An Episcopal Bishop & A Post-American Evangelical Christian Chat
A conversation about how faith informs our perspective and unites people from various backgrounds
I recently had the opportunity to sit down with Bishop Phoebe Roaf of The Episcopal Diocese of West Tennessee for a wide-ranging conversation about work in Sudan, how church teaching and culture impacts us in ways we don’t understand, the shattering of American evangelicalism, and more.
You can listen to the conversation here:
Phoebe A. Roaf received a law degree from the University of Arkansas, clerked for two years for a federal Court of Appeals judge, and worked in a New Orleans firm from 2000 to 2005. By her early 40s, she had come to understand that her life’s calling was not the law. Rather, it was to serve as a member of the clergy in the Episcopal Church.
Armed with her bachelor’s degree from Harvard University and an MPA from Princeton University, she attended Virginia Theological Seminary, the flagship seminary for the Episcopal Church, graduating in 2008 and now serving as vice-chair of its board of trustees.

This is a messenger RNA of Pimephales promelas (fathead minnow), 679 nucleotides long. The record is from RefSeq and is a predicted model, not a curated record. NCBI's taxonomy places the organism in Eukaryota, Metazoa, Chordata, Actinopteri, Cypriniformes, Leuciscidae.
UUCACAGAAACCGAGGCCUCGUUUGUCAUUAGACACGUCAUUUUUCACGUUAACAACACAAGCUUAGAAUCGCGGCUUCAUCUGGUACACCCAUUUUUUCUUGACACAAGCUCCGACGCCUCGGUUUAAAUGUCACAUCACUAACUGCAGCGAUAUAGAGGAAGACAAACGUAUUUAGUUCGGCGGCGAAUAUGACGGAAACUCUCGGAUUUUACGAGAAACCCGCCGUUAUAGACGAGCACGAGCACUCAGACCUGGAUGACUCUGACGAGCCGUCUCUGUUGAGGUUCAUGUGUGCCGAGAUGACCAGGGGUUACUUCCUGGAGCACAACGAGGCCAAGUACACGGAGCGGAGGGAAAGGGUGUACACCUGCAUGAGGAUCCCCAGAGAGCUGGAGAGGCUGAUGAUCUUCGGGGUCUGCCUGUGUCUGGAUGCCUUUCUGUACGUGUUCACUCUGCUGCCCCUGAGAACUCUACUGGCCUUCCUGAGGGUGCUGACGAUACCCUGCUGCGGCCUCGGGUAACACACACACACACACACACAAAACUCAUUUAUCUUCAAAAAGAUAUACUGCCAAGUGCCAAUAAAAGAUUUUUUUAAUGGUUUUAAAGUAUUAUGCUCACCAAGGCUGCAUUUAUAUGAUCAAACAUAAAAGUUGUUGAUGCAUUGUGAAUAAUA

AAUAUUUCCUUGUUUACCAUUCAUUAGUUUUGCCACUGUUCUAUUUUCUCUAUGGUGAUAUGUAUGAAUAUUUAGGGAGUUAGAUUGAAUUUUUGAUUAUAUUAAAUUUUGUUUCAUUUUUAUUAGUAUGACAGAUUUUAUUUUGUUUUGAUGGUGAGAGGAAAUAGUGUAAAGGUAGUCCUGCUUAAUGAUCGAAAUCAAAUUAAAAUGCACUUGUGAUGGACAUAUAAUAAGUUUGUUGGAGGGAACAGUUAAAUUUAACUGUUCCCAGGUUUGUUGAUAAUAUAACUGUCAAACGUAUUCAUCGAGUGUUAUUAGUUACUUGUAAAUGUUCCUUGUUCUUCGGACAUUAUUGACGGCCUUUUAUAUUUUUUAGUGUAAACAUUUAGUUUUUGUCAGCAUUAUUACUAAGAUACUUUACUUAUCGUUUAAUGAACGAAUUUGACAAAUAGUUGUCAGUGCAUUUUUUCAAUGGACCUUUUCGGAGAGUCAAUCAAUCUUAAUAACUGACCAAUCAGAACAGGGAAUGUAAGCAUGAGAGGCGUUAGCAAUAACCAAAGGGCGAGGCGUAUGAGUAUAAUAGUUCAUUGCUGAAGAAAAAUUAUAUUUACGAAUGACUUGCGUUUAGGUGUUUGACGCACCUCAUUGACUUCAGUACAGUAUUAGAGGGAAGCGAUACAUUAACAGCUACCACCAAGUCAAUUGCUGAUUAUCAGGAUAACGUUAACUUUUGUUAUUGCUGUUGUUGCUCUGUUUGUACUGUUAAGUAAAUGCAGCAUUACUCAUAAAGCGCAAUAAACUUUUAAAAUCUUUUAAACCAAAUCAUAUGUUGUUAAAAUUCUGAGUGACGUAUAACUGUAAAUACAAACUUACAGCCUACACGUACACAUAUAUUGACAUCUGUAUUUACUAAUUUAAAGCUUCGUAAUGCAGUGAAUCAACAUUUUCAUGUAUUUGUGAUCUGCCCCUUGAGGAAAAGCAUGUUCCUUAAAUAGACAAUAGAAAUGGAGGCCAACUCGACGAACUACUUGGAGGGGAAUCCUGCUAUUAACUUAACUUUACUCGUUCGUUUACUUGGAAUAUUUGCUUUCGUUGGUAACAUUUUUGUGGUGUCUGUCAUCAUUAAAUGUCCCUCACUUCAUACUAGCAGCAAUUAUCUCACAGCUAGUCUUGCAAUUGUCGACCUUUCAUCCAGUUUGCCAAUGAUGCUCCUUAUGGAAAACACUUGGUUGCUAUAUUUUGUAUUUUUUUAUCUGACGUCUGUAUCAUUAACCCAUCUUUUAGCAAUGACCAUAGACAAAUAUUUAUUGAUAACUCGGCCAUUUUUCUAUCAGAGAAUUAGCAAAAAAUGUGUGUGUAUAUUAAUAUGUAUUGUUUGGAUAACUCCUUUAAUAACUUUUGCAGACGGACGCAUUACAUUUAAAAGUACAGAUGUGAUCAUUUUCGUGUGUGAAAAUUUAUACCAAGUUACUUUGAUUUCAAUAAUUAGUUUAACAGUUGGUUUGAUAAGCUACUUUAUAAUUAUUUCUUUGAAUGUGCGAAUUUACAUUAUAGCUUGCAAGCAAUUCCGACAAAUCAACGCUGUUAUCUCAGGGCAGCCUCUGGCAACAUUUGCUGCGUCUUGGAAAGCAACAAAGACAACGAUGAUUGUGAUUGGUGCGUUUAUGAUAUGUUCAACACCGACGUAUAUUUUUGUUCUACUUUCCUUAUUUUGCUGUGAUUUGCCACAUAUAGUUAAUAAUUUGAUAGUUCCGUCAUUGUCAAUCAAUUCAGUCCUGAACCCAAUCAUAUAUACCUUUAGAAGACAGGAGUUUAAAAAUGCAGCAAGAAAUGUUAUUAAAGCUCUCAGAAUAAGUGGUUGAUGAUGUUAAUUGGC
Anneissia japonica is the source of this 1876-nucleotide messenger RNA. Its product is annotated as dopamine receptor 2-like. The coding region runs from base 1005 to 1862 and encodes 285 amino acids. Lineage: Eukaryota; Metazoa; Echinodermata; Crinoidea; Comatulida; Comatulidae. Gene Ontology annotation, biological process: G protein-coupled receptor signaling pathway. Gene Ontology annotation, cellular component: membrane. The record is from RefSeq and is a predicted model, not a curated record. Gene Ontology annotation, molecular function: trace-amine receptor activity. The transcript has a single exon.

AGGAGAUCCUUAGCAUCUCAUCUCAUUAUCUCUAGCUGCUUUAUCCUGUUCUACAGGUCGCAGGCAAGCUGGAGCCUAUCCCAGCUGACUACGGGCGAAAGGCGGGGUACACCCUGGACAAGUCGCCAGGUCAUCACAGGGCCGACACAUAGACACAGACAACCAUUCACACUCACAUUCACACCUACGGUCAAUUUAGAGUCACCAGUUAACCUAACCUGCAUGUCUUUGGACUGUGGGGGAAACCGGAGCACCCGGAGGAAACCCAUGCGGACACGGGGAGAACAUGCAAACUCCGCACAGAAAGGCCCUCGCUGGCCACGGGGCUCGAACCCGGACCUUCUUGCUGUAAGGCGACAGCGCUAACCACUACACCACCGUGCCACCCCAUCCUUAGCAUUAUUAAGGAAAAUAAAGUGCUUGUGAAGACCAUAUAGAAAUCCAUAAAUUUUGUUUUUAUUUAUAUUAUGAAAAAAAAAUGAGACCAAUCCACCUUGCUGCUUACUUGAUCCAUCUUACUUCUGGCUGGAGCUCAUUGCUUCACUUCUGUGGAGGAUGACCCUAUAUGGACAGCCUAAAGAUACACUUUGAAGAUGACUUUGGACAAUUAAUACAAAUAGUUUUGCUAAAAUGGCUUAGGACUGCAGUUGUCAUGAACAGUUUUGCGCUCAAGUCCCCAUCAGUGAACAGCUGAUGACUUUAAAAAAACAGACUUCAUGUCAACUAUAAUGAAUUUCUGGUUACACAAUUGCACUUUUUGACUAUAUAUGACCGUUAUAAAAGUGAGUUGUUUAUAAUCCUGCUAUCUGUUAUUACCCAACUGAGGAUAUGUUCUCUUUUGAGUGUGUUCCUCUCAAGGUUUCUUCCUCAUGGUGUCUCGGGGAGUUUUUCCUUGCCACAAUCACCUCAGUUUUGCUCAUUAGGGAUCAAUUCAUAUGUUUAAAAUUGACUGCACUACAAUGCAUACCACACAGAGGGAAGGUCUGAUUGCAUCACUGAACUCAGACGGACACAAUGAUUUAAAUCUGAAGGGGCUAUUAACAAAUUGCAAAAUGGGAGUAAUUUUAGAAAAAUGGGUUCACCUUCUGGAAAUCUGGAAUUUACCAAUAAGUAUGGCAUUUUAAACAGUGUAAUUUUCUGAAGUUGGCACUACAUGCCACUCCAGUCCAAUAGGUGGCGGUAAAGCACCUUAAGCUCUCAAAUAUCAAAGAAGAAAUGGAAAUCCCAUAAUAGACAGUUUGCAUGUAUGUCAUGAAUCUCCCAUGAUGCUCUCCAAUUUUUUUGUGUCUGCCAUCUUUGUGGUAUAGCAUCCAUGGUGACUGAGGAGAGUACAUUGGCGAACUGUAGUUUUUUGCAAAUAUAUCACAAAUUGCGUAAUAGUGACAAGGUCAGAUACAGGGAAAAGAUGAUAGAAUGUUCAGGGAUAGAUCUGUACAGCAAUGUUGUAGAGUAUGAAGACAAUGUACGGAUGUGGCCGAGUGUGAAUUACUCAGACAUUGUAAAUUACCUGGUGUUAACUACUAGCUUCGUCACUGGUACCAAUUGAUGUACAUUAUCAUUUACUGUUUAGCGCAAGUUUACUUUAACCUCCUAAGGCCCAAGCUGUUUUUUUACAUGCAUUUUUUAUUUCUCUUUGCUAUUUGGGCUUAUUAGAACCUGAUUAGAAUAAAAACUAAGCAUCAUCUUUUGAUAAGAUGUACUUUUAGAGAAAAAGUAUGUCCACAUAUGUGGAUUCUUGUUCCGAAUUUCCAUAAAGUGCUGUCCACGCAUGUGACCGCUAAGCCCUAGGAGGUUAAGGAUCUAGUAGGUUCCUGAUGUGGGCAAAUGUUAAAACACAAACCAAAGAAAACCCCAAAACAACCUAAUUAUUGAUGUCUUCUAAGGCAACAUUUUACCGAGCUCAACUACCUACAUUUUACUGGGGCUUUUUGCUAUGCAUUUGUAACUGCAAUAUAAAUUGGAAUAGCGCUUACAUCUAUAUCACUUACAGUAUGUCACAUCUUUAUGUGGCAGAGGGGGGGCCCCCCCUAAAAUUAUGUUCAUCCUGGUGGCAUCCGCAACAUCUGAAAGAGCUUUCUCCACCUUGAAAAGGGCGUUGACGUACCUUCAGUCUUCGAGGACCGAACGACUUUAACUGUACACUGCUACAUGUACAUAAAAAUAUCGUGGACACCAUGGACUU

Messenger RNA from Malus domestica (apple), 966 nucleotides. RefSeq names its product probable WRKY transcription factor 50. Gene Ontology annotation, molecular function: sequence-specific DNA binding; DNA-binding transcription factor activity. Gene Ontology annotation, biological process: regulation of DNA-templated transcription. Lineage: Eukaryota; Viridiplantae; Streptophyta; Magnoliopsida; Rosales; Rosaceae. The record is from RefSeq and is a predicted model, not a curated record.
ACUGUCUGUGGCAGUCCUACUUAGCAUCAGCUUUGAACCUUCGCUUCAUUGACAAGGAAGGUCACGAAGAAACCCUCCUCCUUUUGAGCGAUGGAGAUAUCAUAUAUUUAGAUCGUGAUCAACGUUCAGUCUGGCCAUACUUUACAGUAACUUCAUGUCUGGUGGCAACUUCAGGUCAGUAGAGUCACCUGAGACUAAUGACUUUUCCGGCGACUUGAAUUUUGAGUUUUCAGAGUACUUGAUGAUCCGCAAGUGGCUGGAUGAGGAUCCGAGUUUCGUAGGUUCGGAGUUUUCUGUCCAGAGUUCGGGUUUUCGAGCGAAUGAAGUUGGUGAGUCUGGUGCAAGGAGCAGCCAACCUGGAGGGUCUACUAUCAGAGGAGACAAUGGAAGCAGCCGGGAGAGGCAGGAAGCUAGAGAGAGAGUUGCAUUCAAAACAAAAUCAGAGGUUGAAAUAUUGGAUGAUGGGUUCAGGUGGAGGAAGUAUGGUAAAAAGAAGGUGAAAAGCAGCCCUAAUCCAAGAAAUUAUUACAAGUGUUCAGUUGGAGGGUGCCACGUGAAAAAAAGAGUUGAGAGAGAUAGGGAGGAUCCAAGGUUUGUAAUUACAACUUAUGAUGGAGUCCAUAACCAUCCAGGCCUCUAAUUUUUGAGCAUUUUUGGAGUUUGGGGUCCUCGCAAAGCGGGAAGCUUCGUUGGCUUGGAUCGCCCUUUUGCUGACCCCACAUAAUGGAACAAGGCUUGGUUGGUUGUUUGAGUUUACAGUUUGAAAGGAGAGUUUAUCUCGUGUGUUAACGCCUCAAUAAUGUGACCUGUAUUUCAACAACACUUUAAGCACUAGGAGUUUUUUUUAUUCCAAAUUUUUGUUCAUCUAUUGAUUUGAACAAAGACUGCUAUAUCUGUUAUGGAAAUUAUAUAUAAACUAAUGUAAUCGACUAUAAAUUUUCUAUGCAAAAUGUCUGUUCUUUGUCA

By 2011, her theological career had taken her from Trinity Episcopal Church in New Orleans, where she was associate rector, to become rector at Richmond’s St. Philip’s Episcopal Church, the oldest African American Episcopalian Church in the South.
In November 2018, Roaf was chosen as Bishop in a balloting process in the diocese’s annual convention at St. George’s Episcopal Church in Germantown. The diocese, which covers all of Tennessee west of the Tennessee River, has 8,260 active members and an average Sunday attendance of more than 3,000.
To learn more about Operation Broken Silence, feel free to follow us on Medium or visit our website at obsilence.org. Here are a few other reads and listens related to faith and church life that we discussed: